Nebula Ensemble disputes musical assumptions

Lamont

The Robert and Judi Newman Center for Performing Arts at the University of Denver [Photo by: Cooper Dahlen-Pagano]

Nebula Ensemble’s recent recital at the University of Denver’s Newman Center sought to challenge the audience’s preconceived concert-going expectations and they delivered an immersive experience unlike anything the crowd had ever experienced before.

The theme for the evening was rituals and what role they play in our day-to-day lives. While one might expect a ritualistic concert to feature something along the lines of traditional religious or tribal melodies, the term “ritual” was taken decidedly literally.

Sarah Perske, one of Nebula Ensemble’s composers, took to the stage at the beginning of the concert and asked everyone to consider what their rituals are as consumers of music. As she discussed our culture’s norms for attending concerts and the behaviors we embody as concertgoers, Perske instructed the audience to engage with the material in ways that they are not accustomed to.

For example, everybody was told to applaud in a new way following the conclusion of the first piece. When the music stopped, some people clapped with their elbows and some others stomped their feet. While many were unsure what to do, they all made an effort to express their satisfaction in a unique fashion.

Kyle

Kyle Hughes, Nebula Ensemble’s percussion [Photo by: Cooper Dahlen-Pagano]

“This concert makes you acknowledge and appreciate all the different kinds of rituals out there,” said Kyle Hughes, Nebula Ensmble’s percussion. “Besides how we listen to music, we have rituals that we aren’t consciously aware of.”

Even though the audience’s orders were somewhat unusual, they proved to be quite effective in generating active participation. When asked to change their seating arrangements, a lot of people ran down the auditorium to sit on the stage, just a few feet away from the performers, when they learned that it was allowed.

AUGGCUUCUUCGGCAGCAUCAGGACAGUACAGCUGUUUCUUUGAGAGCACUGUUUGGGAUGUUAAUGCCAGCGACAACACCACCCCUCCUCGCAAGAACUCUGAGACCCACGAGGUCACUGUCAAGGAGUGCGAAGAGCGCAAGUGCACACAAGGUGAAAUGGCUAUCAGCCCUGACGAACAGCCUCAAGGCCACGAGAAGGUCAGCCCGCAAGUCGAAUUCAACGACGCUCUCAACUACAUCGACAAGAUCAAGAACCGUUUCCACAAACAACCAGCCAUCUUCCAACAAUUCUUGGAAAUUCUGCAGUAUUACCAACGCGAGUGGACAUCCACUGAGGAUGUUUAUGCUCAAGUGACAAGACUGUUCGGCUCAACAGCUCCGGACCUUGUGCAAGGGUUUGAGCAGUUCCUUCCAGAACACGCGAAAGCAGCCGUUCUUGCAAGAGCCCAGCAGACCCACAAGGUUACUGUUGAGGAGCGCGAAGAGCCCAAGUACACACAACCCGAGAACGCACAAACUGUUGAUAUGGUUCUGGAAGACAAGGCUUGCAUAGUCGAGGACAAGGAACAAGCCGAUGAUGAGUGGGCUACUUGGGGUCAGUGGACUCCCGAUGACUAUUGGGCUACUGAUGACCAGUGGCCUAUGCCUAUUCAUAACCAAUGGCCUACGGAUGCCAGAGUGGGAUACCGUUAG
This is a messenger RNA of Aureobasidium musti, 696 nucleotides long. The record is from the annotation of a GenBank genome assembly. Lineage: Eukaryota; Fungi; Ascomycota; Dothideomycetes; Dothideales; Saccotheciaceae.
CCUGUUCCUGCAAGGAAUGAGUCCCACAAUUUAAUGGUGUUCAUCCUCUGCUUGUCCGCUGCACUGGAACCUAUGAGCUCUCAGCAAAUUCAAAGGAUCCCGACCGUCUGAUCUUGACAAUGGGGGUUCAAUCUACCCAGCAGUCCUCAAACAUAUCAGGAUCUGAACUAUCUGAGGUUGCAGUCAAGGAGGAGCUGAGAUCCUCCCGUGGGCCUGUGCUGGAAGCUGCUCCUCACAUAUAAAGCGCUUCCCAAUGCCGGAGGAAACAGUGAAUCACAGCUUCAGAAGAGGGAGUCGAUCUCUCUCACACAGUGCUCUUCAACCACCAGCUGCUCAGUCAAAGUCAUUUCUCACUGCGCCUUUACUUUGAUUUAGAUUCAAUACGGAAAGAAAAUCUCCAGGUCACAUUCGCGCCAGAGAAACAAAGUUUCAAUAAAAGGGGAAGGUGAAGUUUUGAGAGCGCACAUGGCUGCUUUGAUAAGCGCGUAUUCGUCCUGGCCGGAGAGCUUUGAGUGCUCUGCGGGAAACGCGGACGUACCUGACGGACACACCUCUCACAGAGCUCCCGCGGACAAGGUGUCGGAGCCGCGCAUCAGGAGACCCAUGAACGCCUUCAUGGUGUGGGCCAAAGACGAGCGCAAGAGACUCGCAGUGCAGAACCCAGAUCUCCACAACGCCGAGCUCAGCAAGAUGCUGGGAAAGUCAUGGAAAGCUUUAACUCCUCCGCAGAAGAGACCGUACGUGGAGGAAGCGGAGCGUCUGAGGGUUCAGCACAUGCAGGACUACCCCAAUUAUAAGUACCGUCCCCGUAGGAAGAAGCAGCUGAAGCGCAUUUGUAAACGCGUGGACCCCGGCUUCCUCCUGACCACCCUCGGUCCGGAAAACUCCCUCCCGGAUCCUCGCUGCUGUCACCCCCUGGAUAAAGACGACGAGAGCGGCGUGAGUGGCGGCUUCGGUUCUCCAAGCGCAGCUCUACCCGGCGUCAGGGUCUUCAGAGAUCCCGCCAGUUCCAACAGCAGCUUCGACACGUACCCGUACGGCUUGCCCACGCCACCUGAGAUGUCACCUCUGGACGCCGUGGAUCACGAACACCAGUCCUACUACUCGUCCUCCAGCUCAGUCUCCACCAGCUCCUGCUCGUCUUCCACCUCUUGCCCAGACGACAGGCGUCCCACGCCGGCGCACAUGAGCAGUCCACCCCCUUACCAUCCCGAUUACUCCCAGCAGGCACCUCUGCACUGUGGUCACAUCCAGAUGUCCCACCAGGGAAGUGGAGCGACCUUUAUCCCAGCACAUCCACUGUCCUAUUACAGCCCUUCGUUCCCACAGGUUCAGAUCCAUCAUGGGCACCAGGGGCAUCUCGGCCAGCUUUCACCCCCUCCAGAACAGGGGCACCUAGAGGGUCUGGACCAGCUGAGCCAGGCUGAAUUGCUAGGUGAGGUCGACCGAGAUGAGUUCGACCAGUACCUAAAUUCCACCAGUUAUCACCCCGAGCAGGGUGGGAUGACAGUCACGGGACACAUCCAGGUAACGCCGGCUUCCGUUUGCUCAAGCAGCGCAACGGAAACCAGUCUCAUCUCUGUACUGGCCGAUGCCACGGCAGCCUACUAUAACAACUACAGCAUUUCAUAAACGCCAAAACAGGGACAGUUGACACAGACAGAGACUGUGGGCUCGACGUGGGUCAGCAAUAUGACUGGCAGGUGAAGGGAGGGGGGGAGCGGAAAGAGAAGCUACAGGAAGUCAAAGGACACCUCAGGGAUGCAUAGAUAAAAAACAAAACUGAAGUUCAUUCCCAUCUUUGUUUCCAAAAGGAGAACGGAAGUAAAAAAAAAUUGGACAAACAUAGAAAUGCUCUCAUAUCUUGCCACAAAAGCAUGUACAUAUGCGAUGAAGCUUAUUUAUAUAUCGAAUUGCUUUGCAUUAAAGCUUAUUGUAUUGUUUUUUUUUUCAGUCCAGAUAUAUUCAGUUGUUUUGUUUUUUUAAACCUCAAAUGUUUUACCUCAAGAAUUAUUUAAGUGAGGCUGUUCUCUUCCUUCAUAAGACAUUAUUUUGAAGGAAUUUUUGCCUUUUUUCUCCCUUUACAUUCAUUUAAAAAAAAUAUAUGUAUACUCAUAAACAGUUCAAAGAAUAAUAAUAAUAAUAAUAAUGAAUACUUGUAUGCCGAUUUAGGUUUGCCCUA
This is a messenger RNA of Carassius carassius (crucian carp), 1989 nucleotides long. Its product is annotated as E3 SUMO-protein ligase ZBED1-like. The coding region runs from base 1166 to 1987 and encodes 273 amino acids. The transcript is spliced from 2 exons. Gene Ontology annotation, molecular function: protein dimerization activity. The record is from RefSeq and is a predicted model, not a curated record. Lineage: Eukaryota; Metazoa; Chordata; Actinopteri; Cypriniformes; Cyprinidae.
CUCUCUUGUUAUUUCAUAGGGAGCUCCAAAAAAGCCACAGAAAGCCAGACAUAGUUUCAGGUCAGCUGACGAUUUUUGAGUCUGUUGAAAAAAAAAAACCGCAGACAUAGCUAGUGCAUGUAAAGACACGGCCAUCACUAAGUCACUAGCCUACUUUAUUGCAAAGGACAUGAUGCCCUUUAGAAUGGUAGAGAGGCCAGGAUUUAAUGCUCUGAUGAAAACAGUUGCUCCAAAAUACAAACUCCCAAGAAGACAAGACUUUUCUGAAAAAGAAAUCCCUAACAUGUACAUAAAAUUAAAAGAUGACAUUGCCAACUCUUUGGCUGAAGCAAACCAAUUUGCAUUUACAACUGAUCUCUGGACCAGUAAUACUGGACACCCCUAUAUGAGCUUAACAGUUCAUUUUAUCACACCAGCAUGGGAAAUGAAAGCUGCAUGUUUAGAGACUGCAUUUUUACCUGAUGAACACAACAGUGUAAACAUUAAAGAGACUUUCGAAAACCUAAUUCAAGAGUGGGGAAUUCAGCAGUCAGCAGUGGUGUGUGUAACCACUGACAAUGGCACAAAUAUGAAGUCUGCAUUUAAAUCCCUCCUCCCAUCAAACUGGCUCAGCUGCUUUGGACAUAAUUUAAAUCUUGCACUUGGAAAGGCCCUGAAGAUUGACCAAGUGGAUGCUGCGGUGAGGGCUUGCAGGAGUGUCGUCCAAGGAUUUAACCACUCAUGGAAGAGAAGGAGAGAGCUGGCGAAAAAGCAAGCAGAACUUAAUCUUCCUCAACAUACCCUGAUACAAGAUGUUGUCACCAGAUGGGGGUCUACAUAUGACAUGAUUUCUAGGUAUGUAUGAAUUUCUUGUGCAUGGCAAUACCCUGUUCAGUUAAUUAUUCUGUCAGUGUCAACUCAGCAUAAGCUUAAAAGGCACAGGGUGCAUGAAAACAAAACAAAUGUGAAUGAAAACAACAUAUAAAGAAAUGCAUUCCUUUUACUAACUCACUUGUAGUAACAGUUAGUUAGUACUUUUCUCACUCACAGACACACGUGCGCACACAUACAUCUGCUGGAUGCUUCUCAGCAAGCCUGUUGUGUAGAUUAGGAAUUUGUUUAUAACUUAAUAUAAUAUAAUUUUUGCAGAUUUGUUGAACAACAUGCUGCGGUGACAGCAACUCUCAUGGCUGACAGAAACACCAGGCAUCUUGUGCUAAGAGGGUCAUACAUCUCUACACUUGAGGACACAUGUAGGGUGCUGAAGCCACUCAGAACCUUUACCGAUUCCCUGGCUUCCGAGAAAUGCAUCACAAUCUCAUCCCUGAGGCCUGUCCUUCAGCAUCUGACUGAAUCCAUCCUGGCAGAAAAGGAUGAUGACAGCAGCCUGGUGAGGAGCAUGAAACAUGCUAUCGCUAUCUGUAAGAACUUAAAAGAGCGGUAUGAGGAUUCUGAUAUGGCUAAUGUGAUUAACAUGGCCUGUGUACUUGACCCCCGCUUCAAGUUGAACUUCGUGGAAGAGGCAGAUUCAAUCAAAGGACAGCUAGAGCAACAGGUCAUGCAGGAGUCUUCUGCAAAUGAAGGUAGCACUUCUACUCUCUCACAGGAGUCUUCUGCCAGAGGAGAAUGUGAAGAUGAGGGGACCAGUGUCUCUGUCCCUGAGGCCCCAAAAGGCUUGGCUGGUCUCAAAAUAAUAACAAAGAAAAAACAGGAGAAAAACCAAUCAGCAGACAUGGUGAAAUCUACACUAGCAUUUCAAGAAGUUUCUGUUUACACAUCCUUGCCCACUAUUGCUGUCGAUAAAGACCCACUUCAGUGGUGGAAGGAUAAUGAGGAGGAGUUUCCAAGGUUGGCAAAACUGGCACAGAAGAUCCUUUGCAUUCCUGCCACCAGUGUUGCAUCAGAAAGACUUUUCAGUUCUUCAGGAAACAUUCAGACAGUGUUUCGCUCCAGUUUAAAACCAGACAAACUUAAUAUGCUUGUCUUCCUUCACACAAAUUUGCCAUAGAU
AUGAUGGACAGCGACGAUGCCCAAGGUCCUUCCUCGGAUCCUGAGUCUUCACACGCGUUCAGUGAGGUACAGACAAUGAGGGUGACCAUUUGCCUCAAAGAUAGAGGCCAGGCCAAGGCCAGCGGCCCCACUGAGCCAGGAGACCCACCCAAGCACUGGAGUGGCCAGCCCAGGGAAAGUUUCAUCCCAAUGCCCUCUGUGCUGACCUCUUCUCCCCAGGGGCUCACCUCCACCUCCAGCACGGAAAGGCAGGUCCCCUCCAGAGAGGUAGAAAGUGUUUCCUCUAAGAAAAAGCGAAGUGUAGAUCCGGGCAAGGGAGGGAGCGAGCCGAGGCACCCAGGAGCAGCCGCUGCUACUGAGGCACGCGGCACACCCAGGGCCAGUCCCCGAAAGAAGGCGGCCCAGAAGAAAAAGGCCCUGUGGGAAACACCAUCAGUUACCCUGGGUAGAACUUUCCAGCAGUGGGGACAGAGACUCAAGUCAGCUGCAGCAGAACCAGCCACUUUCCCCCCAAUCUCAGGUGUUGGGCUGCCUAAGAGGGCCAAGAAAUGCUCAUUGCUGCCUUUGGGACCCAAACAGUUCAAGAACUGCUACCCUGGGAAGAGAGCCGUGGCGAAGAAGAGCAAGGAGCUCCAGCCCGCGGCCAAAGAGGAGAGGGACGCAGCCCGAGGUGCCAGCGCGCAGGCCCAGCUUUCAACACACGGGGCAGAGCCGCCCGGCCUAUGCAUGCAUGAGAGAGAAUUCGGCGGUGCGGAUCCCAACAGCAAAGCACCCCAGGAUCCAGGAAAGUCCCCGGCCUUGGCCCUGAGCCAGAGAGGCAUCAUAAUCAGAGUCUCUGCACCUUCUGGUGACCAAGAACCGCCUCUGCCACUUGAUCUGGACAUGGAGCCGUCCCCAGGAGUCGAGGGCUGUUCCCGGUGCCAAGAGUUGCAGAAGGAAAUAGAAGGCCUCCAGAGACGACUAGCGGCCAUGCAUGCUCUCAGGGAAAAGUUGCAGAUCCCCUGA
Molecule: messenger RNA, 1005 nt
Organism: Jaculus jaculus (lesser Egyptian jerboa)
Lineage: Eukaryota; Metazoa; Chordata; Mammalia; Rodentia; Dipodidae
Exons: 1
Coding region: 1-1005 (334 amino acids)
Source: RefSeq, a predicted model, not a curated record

As silly as that may sound, nobody treated the material as a joke. In fact, the audience’s willingness to try to approach the material differently was ultimately beneficial for Nebula Ensemble, as they themselves were doing things differently as well. The concert experience as a whole was new for everybody involved.

“It is exciting to premiere new kinds of music, especially for a new audience” Hughes noted.

None of their compositions were by any means conventional either. One piece consisted of three musicians standing on different parts of the stage making a disjointed beat by hitting the sides of their instruments, rather than playing them. While that sounds somewhat off-putting, it was serene in some sense.

The program asks each attendee to “be aware of your personal concert rituals as you prepare to listen to music that explores the natural world through a ritualistic lens,” and I like many others took this to heart while going into the concert hall.

Given the context of Nebula Ensemble’s presentation and being asked to look at music in a completely different light, I found myself appreciating things I may never would have thought of otherwise. Every concert I had attended prior to Nebula’s Ensembles had been purely for entertainment value but now I am motivated to see more performances where I am challenged as a critical thinker.

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One thought on “Nebula Ensemble disputes musical assumptions

  1. Thanks for sharing your review of the Nebula Ensemble, Cooper! It was cool to see you there. I liked how you saw these pieces of music as ways to consider music using critical thinking. I also enjoyed how you included a musician’s perspective in your piece, that dialogue adds a lot to your review. I would have to agree with you vis à vis the unconventionality of the work. It definitely was unconventional, and a genre of music I had never experienced before. Thanks for your input!

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